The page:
Skip to comments.The Neolib Attack on Adult Stem Cells [Michael Fumento]
Posted on 11/21/2004 6:22:26 PM PST by Coleus
November 11, 2004
The only beneficiaries of ESC therapy to date have been these guys, and precious few at that.
Adult stem cells come from all over the body, plus umbilical cords and placentas. Embryonic stem cells come from pulling apart human embryos, and thus have aroused ethical concerns. The result says Chris Mooney in the Washington Monthly is that "conservatives have latched onto fringe science in order to advance moral arguments" by embracing adult stem cell research. We are presented with the illogical argument that since some people prefer adult stem cells for non-scientific reasons, they must therefore have little scientific value.
Yet adult stem cells have actually been used therapeutically in the United States since 1968. At one website you'll find a list, far from comprehensive, of almost 80 therapies using them. This is treatment, not practice or theory. Amazingly, there are also more than 300 adult stem cell clinical trials.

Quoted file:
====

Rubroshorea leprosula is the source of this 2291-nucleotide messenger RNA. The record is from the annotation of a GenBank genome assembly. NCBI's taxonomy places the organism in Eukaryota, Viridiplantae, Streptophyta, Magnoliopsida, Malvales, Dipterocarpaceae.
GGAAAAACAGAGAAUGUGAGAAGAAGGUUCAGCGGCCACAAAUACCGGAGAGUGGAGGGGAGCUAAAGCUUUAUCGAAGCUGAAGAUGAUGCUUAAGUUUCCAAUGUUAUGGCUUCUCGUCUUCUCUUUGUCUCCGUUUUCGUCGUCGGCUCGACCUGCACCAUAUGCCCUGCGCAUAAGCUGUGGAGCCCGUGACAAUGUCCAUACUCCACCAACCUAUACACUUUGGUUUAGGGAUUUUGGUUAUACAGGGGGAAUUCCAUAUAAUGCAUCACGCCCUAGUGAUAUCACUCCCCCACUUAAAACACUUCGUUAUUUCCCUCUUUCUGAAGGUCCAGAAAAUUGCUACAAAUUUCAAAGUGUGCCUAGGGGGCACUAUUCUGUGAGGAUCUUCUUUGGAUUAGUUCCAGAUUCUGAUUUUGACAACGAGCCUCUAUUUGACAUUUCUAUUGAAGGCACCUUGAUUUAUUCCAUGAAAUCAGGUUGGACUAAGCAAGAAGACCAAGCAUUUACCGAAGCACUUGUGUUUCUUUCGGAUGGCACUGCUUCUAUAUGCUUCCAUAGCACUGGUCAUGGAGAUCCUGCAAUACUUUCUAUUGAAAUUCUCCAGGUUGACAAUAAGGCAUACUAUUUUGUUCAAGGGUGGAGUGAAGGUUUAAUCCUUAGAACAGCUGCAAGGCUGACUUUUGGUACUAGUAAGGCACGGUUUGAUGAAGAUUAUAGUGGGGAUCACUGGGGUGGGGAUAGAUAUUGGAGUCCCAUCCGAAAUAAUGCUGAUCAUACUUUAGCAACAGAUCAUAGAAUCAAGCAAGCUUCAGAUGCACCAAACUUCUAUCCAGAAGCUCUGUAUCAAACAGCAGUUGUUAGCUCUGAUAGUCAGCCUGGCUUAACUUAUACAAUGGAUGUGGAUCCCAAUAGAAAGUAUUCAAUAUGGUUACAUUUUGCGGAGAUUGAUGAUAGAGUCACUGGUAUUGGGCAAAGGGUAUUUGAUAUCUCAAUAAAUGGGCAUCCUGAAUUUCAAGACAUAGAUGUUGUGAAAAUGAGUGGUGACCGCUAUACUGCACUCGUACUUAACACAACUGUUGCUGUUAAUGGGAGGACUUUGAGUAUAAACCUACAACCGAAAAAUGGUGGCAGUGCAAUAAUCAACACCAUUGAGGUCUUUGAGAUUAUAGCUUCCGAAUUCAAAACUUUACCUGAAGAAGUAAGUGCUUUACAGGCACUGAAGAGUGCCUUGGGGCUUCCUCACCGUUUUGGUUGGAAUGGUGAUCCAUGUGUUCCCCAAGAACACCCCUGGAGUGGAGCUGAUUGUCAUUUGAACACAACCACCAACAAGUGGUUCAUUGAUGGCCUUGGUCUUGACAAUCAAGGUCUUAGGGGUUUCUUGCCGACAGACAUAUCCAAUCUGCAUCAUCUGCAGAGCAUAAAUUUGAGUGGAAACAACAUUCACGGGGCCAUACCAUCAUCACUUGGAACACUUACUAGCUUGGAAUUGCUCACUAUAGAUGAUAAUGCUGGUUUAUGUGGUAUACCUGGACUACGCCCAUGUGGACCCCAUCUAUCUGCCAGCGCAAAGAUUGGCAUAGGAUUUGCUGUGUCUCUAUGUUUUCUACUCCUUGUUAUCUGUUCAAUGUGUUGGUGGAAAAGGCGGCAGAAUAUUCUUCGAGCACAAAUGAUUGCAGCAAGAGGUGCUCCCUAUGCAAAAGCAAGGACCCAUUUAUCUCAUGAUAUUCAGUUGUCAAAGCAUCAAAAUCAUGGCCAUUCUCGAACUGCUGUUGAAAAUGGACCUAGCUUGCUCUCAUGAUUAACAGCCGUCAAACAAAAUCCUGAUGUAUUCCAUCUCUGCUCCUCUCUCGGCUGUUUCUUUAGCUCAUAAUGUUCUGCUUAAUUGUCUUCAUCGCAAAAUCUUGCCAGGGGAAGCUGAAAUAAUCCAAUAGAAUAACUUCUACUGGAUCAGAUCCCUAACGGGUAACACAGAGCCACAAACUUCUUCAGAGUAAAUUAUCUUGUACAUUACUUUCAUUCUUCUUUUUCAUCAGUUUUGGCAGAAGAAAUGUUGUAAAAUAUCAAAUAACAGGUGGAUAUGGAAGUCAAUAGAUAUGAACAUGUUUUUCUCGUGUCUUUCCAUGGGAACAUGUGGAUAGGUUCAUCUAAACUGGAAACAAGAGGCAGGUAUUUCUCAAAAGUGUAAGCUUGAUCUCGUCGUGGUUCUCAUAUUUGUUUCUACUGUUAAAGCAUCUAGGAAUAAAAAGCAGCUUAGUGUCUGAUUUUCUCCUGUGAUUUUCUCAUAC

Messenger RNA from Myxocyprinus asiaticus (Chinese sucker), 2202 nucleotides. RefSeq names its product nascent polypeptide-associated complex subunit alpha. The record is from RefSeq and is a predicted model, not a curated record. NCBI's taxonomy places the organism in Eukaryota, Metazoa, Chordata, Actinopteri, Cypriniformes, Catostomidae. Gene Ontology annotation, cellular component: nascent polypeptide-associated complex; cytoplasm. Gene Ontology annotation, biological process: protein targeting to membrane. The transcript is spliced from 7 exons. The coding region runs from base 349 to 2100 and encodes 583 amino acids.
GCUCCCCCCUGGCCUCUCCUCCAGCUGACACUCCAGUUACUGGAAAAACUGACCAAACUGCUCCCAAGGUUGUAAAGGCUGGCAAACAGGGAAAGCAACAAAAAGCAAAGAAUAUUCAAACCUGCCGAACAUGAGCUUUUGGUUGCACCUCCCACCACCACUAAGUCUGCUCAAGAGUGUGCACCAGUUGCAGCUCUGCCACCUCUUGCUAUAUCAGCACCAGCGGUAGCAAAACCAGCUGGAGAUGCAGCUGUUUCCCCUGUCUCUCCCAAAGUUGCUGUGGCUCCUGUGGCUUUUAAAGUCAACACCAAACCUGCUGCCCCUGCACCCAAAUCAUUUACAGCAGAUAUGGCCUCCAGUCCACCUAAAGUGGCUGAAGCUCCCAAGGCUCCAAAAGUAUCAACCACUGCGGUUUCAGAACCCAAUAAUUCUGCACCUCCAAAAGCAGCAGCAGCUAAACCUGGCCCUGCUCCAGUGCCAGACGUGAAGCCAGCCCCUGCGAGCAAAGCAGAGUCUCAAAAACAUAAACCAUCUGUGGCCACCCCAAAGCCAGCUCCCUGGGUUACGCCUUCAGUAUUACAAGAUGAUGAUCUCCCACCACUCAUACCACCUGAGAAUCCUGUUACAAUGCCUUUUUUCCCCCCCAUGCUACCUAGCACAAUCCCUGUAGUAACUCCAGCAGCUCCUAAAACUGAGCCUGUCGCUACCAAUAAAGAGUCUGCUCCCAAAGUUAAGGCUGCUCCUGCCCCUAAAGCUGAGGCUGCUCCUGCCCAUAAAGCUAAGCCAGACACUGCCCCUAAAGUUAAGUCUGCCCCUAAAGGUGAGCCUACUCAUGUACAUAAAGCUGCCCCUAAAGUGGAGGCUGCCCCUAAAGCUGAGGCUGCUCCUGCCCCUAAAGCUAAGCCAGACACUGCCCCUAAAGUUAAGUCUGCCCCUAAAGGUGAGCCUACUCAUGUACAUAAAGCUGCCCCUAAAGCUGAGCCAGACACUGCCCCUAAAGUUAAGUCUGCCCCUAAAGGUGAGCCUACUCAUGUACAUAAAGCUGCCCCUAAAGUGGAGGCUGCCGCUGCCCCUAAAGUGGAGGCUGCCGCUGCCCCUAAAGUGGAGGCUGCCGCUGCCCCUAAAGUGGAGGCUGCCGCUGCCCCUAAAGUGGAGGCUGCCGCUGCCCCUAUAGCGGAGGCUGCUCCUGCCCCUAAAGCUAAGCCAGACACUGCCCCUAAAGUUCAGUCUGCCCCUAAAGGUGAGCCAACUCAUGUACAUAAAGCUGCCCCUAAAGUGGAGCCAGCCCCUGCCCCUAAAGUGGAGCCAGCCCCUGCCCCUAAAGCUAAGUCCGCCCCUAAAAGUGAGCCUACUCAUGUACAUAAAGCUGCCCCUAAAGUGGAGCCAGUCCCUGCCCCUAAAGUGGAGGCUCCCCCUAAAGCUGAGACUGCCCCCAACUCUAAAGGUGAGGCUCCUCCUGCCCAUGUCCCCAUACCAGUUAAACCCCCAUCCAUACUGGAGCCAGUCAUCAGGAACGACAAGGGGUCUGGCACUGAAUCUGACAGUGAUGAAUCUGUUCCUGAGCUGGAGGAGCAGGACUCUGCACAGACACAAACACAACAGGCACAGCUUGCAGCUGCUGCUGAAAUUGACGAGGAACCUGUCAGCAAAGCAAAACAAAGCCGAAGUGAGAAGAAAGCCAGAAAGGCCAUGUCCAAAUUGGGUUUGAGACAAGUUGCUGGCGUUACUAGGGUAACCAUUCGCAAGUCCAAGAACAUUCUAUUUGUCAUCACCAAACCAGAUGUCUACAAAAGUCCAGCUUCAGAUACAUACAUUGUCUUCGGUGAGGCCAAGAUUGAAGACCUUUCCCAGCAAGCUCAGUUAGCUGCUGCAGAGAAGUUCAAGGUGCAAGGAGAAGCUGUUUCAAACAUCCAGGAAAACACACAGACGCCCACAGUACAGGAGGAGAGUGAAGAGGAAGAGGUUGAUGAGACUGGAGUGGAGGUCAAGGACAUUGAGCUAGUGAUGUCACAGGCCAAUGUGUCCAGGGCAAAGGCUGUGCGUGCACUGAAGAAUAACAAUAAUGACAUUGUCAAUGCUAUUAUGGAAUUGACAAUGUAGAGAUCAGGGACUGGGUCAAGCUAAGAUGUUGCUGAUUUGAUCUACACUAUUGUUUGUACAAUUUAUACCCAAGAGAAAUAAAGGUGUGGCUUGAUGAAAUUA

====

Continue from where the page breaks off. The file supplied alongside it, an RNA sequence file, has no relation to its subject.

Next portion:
In contrast, the number of treatments using embryonic stem cells is zero. The number of clinical trials involving embryonic stem cells? Zero.
Embryonic stem cell propagandists will tell you adult stem cell research had a huge head start and embryonic stem cells only need time (and more importantly, massive government funding) to catch up.
Yet as a new book called The Proteus Effect points out, both types of stem cell research date back half a century. You might think the author of The New Republic piece, Harvard Professor of Medicine Jerome Groopman, would know this since ostensibly his contribution is a review of the book. Research with embryonic stem cells has progressed at snail's pace simply because they are so terribly difficult to work with.
Catherine Verfaillie of the University of Minnesota was the first to discover ASCs that appear to have the potential to become all cell types.